Avenfield case: Cross-examination of NAB investigation officer under way

ISLAMABAD: The accountability court hearing corruption cases against former prime minister Nawaz Sharif and his family resumed proceedings of the Avenfield properties reference today.

Nawaz and his family are facing three corruption cases in the Accountability Court-I after the National Accountability Bureau (NAB) filed references against them in light of the Supreme Court’s verdict in the Panama Papers case.

As Judge Mohammad Bashir began proceedings, Nawaz’s counsel Khawaja Haris began cross-examining NAB investigation officer Imran Dogar, the last prosecution witness.

Dogar had earlier recorded his statement in the court.

He had informed the court that the NAB investigation proves Nawaz was the owner of the London flats while he was holding public office.
“The properties were purchased through offshore companies in someone else’s name [to hide ownership],” Dogar informed the court.
The officer asserted that the suspects failed to prove a source of income for purchasing the properties, adding that the London flats were in the use of Nawaz and his family since 1993.
He also informed the court that the trust deeds which Maryam Nawaz submitted to the JIT were proven fake. Maryam, Hussain and Hasan aided Nawaz in hiding the ownership of the properties, the officer added.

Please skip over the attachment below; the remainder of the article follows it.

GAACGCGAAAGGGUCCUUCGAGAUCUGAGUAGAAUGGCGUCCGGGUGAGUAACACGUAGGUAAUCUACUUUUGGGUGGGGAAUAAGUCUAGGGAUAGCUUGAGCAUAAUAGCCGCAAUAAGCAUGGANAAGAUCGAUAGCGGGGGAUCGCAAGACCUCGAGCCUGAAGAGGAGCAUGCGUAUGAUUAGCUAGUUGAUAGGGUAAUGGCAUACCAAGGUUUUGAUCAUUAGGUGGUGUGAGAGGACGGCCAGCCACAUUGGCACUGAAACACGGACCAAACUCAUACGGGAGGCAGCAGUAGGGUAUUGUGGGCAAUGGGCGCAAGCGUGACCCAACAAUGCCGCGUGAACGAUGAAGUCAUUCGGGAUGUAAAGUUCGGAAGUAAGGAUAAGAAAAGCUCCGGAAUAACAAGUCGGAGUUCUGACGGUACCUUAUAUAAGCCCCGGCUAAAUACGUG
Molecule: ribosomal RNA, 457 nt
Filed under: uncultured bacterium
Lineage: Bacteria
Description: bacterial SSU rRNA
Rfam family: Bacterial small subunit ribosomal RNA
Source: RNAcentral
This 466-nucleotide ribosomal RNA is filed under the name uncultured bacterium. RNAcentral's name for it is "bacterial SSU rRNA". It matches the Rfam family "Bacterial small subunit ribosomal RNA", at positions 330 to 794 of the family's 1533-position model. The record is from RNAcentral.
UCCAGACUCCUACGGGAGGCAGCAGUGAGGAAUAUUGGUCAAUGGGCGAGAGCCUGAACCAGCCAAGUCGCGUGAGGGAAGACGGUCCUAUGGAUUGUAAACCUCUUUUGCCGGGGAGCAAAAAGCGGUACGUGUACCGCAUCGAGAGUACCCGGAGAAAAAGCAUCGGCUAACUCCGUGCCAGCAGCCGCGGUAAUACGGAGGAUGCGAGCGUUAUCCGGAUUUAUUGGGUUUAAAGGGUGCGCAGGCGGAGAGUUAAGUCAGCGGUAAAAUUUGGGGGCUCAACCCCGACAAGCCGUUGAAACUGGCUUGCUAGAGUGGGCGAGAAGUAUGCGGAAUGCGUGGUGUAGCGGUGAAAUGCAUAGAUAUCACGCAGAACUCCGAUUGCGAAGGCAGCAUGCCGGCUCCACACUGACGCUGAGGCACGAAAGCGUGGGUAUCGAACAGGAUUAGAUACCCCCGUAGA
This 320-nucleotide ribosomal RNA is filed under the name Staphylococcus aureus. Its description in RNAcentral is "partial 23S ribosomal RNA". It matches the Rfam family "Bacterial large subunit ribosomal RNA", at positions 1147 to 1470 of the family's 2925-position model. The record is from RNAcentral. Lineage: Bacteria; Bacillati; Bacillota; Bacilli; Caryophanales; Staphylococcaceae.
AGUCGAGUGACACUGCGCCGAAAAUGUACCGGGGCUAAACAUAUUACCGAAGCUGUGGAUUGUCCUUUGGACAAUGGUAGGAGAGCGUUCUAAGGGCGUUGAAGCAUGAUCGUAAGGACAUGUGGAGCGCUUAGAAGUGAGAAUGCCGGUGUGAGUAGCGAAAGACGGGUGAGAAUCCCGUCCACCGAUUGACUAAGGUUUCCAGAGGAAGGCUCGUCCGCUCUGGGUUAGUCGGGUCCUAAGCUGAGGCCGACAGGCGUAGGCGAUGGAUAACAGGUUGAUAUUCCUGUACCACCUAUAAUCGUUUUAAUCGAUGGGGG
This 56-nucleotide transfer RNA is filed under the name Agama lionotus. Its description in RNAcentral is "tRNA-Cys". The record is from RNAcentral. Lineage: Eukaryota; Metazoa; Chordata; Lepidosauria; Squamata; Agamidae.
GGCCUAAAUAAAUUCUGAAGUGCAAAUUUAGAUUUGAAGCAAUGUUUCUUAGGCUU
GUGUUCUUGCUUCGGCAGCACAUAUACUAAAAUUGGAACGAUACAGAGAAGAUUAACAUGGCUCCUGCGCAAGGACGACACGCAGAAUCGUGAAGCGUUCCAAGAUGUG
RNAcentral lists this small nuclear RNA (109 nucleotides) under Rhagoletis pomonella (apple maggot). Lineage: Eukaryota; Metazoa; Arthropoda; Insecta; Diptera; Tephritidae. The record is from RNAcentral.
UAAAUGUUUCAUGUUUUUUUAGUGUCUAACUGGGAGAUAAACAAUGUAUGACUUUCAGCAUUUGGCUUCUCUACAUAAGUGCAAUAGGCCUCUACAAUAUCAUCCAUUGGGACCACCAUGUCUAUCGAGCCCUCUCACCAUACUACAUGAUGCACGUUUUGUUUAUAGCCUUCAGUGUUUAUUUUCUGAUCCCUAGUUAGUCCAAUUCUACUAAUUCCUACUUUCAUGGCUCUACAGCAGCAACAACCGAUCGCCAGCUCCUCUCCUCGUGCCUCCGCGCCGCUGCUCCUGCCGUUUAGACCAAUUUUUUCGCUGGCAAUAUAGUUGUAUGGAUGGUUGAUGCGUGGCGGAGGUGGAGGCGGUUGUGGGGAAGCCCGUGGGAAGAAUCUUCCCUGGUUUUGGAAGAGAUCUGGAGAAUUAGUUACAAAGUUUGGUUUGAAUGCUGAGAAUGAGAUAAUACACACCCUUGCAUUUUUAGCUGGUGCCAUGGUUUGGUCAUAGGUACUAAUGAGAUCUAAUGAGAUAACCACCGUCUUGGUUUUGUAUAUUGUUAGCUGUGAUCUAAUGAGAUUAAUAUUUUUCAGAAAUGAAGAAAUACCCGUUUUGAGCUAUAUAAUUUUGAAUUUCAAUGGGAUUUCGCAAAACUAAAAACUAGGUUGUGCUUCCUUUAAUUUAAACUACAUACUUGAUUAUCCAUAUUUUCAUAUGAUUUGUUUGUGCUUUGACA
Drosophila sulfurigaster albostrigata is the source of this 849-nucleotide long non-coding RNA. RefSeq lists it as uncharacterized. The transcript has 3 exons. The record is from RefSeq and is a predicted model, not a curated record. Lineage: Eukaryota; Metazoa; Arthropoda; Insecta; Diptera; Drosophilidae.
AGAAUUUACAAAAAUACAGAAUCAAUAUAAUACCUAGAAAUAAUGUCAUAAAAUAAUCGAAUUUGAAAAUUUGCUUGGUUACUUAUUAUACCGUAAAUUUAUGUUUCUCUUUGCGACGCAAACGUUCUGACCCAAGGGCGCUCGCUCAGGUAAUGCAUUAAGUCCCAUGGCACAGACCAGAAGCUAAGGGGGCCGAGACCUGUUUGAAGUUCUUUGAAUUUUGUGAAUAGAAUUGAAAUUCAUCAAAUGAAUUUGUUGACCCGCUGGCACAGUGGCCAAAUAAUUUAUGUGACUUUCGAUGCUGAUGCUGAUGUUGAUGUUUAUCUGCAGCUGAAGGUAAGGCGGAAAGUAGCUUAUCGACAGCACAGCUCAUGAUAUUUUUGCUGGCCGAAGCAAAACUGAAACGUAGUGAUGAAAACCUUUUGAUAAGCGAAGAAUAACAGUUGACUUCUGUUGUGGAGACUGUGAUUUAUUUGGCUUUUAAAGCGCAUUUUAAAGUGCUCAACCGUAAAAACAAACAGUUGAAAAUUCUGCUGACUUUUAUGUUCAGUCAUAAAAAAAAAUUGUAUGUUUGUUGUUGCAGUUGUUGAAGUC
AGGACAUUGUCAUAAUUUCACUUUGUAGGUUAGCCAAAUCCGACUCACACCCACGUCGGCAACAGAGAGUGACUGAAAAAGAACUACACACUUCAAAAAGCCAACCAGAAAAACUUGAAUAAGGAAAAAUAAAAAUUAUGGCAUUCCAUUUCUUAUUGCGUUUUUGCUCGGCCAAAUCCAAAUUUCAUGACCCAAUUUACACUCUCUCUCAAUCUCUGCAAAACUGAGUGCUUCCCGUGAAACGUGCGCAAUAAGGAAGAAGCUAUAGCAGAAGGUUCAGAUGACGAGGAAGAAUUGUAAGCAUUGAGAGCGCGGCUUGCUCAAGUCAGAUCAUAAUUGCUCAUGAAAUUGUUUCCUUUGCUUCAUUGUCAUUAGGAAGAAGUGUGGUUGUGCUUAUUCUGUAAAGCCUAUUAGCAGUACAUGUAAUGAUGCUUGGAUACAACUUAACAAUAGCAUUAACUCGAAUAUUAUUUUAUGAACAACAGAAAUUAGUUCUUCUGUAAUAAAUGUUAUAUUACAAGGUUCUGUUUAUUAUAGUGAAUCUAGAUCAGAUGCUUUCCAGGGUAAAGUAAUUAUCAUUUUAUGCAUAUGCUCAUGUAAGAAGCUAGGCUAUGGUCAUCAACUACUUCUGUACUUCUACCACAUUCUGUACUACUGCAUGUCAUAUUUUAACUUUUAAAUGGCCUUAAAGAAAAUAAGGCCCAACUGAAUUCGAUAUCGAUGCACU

Nawaz and his daughter Maryam are present in court today after they reached Islamabad from Lahore via the motorway.

The cases

The trial against the Sharif family had commenced on September 14, 2017.
The corruption references, filed against the Sharifs, pertain to the Al-Azizia Steel Mills and Hill Metal Establishment, offshore companies including Flagship Investment Ltd, and Avenfield properties of London.
Nawaz and sons Hussain and Hasan are accused in all three references whereas his daughter Maryam and son-in-law Safdar are accused in the Avenfield reference only.
The two brothers, based abroad, have been absconding since the proceedings began last year and were declared proclaimed offenders by the court.
The court originally had a deadline of six months which ended in mid-March but was extended for two months after the judge requested the apex court.